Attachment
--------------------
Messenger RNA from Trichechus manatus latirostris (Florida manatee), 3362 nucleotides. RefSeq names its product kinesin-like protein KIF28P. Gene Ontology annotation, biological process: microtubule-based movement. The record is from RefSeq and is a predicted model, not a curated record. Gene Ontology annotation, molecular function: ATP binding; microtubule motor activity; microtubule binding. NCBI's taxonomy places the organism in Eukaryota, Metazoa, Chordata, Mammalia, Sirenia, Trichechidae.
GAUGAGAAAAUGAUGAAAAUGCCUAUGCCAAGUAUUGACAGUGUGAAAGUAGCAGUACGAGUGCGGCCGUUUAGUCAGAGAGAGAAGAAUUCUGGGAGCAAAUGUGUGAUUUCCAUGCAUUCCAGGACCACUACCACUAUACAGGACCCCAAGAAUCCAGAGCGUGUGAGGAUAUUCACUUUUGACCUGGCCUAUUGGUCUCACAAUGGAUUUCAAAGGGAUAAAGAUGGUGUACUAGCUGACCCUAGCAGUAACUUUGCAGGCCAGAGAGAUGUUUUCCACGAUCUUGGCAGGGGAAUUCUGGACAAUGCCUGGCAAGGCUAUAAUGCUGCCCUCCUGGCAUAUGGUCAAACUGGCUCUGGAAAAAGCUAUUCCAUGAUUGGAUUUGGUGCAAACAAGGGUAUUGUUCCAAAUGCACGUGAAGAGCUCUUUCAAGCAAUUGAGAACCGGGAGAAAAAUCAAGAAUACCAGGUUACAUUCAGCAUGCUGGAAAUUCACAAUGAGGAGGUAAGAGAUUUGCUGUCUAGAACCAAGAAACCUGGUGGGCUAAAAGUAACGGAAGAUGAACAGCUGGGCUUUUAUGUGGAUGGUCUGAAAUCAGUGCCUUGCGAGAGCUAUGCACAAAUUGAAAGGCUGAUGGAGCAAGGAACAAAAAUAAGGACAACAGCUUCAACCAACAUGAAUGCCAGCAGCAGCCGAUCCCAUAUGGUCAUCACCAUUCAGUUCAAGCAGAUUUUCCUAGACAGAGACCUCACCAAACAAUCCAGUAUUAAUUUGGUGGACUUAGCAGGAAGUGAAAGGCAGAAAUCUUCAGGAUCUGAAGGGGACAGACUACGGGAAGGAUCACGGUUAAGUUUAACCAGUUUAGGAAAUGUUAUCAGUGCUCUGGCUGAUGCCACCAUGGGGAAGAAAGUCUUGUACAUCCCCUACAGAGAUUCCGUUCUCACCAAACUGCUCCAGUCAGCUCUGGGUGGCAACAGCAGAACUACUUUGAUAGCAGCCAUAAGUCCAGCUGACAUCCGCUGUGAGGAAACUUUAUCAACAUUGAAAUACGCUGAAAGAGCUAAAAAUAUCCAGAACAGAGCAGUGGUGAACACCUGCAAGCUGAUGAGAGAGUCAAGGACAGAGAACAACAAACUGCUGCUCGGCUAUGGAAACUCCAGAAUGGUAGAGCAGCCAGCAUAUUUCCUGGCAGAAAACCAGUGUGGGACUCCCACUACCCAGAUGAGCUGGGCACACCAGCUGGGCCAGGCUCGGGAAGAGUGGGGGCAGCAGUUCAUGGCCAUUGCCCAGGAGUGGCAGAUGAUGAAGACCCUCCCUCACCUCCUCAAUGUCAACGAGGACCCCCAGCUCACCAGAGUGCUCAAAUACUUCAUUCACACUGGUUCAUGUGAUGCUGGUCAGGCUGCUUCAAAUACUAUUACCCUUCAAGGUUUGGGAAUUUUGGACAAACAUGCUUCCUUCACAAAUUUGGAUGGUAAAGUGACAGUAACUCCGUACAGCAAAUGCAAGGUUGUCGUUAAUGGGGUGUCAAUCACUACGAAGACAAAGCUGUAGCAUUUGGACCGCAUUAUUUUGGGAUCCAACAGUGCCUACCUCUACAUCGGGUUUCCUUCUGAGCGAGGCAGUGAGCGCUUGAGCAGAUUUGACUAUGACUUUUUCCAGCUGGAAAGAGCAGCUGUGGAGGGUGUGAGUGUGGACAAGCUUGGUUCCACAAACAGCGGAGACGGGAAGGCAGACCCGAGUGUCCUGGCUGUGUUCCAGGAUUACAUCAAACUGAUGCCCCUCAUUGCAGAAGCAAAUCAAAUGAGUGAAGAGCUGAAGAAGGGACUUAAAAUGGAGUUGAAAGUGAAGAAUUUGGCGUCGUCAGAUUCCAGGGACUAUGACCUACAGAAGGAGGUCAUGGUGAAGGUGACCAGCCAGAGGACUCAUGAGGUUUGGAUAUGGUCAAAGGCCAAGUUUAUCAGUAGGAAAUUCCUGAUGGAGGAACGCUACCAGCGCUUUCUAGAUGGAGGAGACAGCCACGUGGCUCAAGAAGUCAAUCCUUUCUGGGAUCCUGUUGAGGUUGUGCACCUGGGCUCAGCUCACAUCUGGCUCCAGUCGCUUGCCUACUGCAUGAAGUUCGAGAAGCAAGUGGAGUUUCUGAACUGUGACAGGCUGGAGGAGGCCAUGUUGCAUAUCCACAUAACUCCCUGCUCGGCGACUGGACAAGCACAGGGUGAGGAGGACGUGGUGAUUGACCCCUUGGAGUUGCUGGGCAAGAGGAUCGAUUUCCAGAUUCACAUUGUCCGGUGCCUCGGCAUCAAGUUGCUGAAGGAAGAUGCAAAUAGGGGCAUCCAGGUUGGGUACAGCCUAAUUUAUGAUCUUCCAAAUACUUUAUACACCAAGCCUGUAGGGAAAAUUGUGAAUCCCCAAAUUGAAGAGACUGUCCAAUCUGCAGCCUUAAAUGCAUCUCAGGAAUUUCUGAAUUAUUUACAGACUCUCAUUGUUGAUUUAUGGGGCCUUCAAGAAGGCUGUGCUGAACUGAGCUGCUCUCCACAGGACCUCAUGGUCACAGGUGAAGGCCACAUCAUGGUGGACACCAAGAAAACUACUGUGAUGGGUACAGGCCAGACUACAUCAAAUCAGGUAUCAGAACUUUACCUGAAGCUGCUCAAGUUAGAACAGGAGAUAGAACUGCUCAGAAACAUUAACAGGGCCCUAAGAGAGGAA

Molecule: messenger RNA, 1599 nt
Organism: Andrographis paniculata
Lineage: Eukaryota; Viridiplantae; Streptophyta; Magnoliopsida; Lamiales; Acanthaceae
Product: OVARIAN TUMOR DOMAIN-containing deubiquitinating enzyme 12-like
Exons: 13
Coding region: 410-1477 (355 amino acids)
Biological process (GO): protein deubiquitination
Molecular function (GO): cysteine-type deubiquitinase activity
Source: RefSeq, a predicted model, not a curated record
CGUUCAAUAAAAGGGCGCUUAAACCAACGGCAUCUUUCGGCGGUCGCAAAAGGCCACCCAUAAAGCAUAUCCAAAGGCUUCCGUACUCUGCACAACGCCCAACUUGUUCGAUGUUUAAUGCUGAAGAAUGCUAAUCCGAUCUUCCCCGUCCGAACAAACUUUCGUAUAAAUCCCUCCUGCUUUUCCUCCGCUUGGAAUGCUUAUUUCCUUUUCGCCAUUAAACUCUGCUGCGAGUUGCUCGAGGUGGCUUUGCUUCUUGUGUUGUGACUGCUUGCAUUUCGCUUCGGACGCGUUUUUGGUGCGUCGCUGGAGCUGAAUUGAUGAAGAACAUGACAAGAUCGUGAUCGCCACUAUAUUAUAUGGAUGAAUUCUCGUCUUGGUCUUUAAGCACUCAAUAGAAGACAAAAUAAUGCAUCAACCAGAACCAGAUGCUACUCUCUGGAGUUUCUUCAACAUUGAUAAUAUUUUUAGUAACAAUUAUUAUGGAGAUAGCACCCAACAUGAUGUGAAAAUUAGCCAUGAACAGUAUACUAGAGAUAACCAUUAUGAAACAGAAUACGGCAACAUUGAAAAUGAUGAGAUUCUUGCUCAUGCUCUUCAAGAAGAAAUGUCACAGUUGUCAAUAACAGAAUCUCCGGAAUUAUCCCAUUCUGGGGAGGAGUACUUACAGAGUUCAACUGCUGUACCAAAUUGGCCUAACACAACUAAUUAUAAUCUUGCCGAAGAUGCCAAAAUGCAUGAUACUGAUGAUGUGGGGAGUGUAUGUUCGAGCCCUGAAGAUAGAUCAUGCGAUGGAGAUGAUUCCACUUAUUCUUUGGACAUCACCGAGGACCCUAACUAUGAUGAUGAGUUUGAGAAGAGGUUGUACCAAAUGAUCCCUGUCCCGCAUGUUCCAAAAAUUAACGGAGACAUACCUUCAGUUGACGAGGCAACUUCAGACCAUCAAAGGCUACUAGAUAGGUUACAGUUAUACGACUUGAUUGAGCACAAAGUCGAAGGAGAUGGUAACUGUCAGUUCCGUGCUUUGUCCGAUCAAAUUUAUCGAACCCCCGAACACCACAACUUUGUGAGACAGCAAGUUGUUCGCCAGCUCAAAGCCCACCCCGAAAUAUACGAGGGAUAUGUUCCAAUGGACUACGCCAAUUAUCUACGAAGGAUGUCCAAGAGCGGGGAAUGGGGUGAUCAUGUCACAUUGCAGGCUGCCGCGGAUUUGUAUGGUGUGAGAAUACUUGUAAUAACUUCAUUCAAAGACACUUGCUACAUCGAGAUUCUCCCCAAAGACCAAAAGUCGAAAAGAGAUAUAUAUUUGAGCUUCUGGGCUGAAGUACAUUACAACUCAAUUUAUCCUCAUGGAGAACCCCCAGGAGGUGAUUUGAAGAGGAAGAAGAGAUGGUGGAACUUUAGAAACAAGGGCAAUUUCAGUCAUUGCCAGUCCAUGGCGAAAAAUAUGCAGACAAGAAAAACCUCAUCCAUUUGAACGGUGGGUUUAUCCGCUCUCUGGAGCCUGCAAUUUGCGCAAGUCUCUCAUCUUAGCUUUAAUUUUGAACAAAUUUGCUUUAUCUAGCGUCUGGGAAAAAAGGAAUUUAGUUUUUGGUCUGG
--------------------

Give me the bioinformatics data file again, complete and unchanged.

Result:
Messenger RNA from Trichechus manatus latirostris (Florida manatee), 3362 nucleotides. RefSeq names its product kinesin-like protein KIF28P. Gene Ontology annotation, biological process: microtubule-based movement. The record is from RefSeq and is a predicted model, not a curated record. Gene Ontology annotation, molecular function: ATP binding; microtubule motor activity; microtubule binding. NCBI's taxonomy places the organism in Eukaryota, Metazoa, Chordata, Mammalia, Sirenia, Trichechidae.
GAUGAGAAAAUGAUGAAAAUGCCUAUGCCAAGUAUUGACAGUGUGAAAGUAGCAGUACGAGUGCGGCCGUUUAGUCAGAGAGAGAAGAAUUCUGGGAGCAAAUGUGUGAUUUCCAUGCAUUCCAGGACCACUACCACUAUACAGGACCCCAAGAAUCCAGAGCGUGUGAGGAUAUUCACUUUUGACCUGGCCUAUUGGUCUCACAAUGGAUUUCAAAGGGAUAAAGAUGGUGUACUAGCUGACCCUAGCAGUAACUUUGCAGGCCAGAGAGAUGUUUUCCACGAUCUUGGCAGGGGAAUUCUGGACAAUGCCUGGCAAGGCUAUAAUGCUGCCCUCCUGGCAUAUGGUCAAACUGGCUCUGGAAAAAGCUAUUCCAUGAUUGGAUUUGGUGCAAACAAGGGUAUUGUUCCAAAUGCACGUGAAGAGCUCUUUCAAGCAAUUGAGAACCGGGAGAAAAAUCAAGAAUACCAGGUUACAUUCAGCAUGCUGGAAAUUCACAAUGAGGAGGUAAGAGAUUUGCUGUCUAGAACCAAGAAACCUGGUGGGCUAAAAGUAACGGAAGAUGAACAGCUGGGCUUUUAUGUGGAUGGUCUGAAAUCAGUGCCUUGCGAGAGCUAUGCACAAAUUGAAAGGCUGAUGGAGCAAGGAACAAAAAUAAGGACAACAGCUUCAACCAACAUGAAUGCCAGCAGCAGCCGAUCCCAUAUGGUCAUCACCAUUCAGUUCAAGCAGAUUUUCCUAGACAGAGACCUCACCAAACAAUCCAGUAUUAAUUUGGUGGACUUAGCAGGAAGUGAAAGGCAGAAAUCUUCAGGAUCUGAAGGGGACAGACUACGGGAAGGAUCACGGUUAAGUUUAACCAGUUUAGGAAAUGUUAUCAGUGCUCUGGCUGAUGCCACCAUGGGGAAGAAAGUCUUGUACAUCCCCUACAGAGAUUCCGUUCUCACCAAACUGCUCCAGUCAGCUCUGGGUGGCAACAGCAGAACUACUUUGAUAGCAGCCAUAAGUCCAGCUGACAUCCGCUGUGAGGAAACUUUAUCAACAUUGAAAUACGCUGAAAGAGCUAAAAAUAUCCAGAACAGAGCAGUGGUGAACACCUGCAAGCUGAUGAGAGAGUCAAGGACAGAGAACAACAAACUGCUGCUCGGCUAUGGAAACUCCAGAAUGGUAGAGCAGCCAGCAUAUUUCCUGGCAGAAAACCAGUGUGGGACUCCCACUACCCAGAUGAGCUGGGCACACCAGCUGGGCCAGGCUCGGGAAGAGUGGGGGCAGCAGUUCAUGGCCAUUGCCCAGGAGUGGCAGAUGAUGAAGACCCUCCCUCACCUCCUCAAUGUCAACGAGGACCCCCAGCUCACCAGAGUGCUCAAAUACUUCAUUCACACUGGUUCAUGUGAUGCUGGUCAGGCUGCUUCAAAUACUAUUACCCUUCAAGGUUUGGGAAUUUUGGACAAACAUGCUUCCUUCACAAAUUUGGAUGGUAAAGUGACAGUAACUCCGUACAGCAAAUGCAAGGUUGUCGUUAAUGGGGUGUCAAUCACUACGAAGACAAAGCUGUAGCAUUUGGACCGCAUUAUUUUGGGAUCCAACAGUGCCUACCUCUACAUCGGGUUUCCUUCUGAGCGAGGCAGUGAGCGCUUGAGCAGAUUUGACUAUGACUUUUUCCAGCUGGAAAGAGCAGCUGUGGAGGGUGUGAGUGUGGACAAGCUUGGUUCCACAAACAGCGGAGACGGGAAGGCAGACCCGAGUGUCCUGGCUGUGUUCCAGGAUUACAUCAAACUGAUGCCCCUCAUUGCAGAAGCAAAUCAAAUGAGUGAAGAGCUGAAGAAGGGACUUAAAAUGGAGUUGAAAGUGAAGAAUUUGGCGUCGUCAGAUUCCAGGGACUAUGACCUACAGAAGGAGGUCAUGGUGAAGGUGACCAGCCAGAGGACUCAUGAGGUUUGGAUAUGGUCAAAGGCCAAGUUUAUCAGUAGGAAAUUCCUGAUGGAGGAACGCUACCAGCGCUUUCUAGAUGGAGGAGACAGCCACGUGGCUCAAGAAGUCAAUCCUUUCUGGGAUCCUGUUGAGGUUGUGCACCUGGGCUCAGCUCACAUCUGGCUCCAGUCGCUUGCCUACUGCAUGAAGUUCGAGAAGCAAGUGGAGUUUCUGAACUGUGACAGGCUGGAGGAGGCCAUGUUGCAUAUCCACAUAACUCCCUGCUCGGCGACUGGACAAGCACAGGGUGAGGAGGACGUGGUGAUUGACCCCUUGGAGUUGCUGGGCAAGAGGAUCGAUUUCCAGAUUCACAUUGUCCGGUGCCUCGGCAUCAAGUUGCUGAAGGAAGAUGCAAAUAGGGGCAUCCAGGUUGGGUACAGCCUAAUUUAUGAUCUUCCAAAUACUUUAUACACCAAGCCUGUAGGGAAAAUUGUGAAUCCCCAAAUUGAAGAGACUGUCCAAUCUGCAGCCUUAAAUGCAUCUCAGGAAUUUCUGAAUUAUUUACAGACUCUCAUUGUUGAUUUAUGGGGCCUUCAAGAAGGCUGUGCUGAACUGAGCUGCUCUCCACAGGACCUCAUGGUCACAGGUGAAGGCCACAUCAUGGUGGACACCAAGAAAACUACUGUGAUGGGUACAGGCCAGACUACAUCAAAUCAGGUAUCAGAACUUUACCUGAAGCUGCUCAAGUUAGAACAGGAGAUAGAACUGCUCAGAAACAUUAACAGGGCCCUAAGAGAGGAA

Molecule: messenger RNA, 1599 nt
Organism: Andrographis paniculata
Lineage: Eukaryota; Viridiplantae; Streptophyta; Magnoliopsida; Lamiales; Acanthaceae
Product: OVARIAN TUMOR DOMAIN-containing deubiquitinating enzyme 12-like
Exons: 13
Coding region: 410-1477 (355 amino acids)
Biological process (GO): protein deubiquitination
Molecular function (GO): cysteine-type deubiquitinase activity
Source: RefSeq, a predicted model, not a curated record
CGUUCAAUAAAAGGGCGCUUAAACCAACGGCAUCUUUCGGCGGUCGCAAAAGGCCACCCAUAAAGCAUAUCCAAAGGCUUCCGUACUCUGCACAACGCCCAACUUGUUCGAUGUUUAAUGCUGAAGAAUGCUAAUCCGAUCUUCCCCGUCCGAACAAACUUUCGUAUAAAUCCCUCCUGCUUUUCCUCCGCUUGGAAUGCUUAUUUCCUUUUCGCCAUUAAACUCUGCUGCGAGUUGCUCGAGGUGGCUUUGCUUCUUGUGUUGUGACUGCUUGCAUUUCGCUUCGGACGCGUUUUUGGUGCGUCGCUGGAGCUGAAUUGAUGAAGAACAUGACAAGAUCGUGAUCGCCACUAUAUUAUAUGGAUGAAUUCUCGUCUUGGUCUUUAAGCACUCAAUAGAAGACAAAAUAAUGCAUCAACCAGAACCAGAUGCUACUCUCUGGAGUUUCUUCAACAUUGAUAAUAUUUUUAGUAACAAUUAUUAUGGAGAUAGCACCCAACAUGAUGUGAAAAUUAGCCAUGAACAGUAUACUAGAGAUAACCAUUAUGAAACAGAAUACGGCAACAUUGAAAAUGAUGAGAUUCUUGCUCAUGCUCUUCAAGAAGAAAUGUCACAGUUGUCAAUAACAGAAUCUCCGGAAUUAUCCCAUUCUGGGGAGGAGUACUUACAGAGUUCAACUGCUGUACCAAAUUGGCCUAACACAACUAAUUAUAAUCUUGCCGAAGAUGCCAAAAUGCAUGAUACUGAUGAUGUGGGGAGUGUAUGUUCGAGCCCUGAAGAUAGAUCAUGCGAUGGAGAUGAUUCCACUUAUUCUUUGGACAUCACCGAGGACCCUAACUAUGAUGAUGAGUUUGAGAAGAGGUUGUACCAAAUGAUCCCUGUCCCGCAUGUUCCAAAAAUUAACGGAGACAUACCUUCAGUUGACGAGGCAACUUCAGACCAUCAAAGGCUACUAGAUAGGUUACAGUUAUACGACUUGAUUGAGCACAAAGUCGAAGGAGAUGGUAACUGUCAGUUCCGUGCUUUGUCCGAUCAAAUUUAUCGAACCCCCGAACACCACAACUUUGUGAGACAGCAAGUUGUUCGCCAGCUCAAAGCCCACCCCGAAAUAUACGAGGGAUAUGUUCCAAUGGACUACGCCAAUUAUCUACGAAGGAUGUCCAAGAGCGGGGAAUGGGGUGAUCAUGUCACAUUGCAGGCUGCCGCGGAUUUGUAUGGUGUGAGAAUACUUGUAAUAACUUCAUUCAAAGACACUUGCUACAUCGAGAUUCUCCCCAAAGACCAAAAGUCGAAAAGAGAUAUAUAUUUGAGCUUCUGGGCUGAAGUACAUUACAACUCAAUUUAUCCUCAUGGAGAACCCCCAGGAGGUGAUUUGAAGAGGAAGAAGAGAUGGUGGAACUUUAGAAACAAGGGCAAUUUCAGUCAUUGCCAGUCCAUGGCGAAAAAUAUGCAGACAAGAAAAACCUCAUCCAUUUGAACGGUGGGUUUAUCCGCUCUCUGGAGCCUGCAAUUUGCGCAAGUCUCUCAUCUUAGCUUUAAUUUUGAACAAAUUUGCUUUAUCUAGCGUCUGGGAAAAAAGGAAUUUAGUUUUUGGUCUGG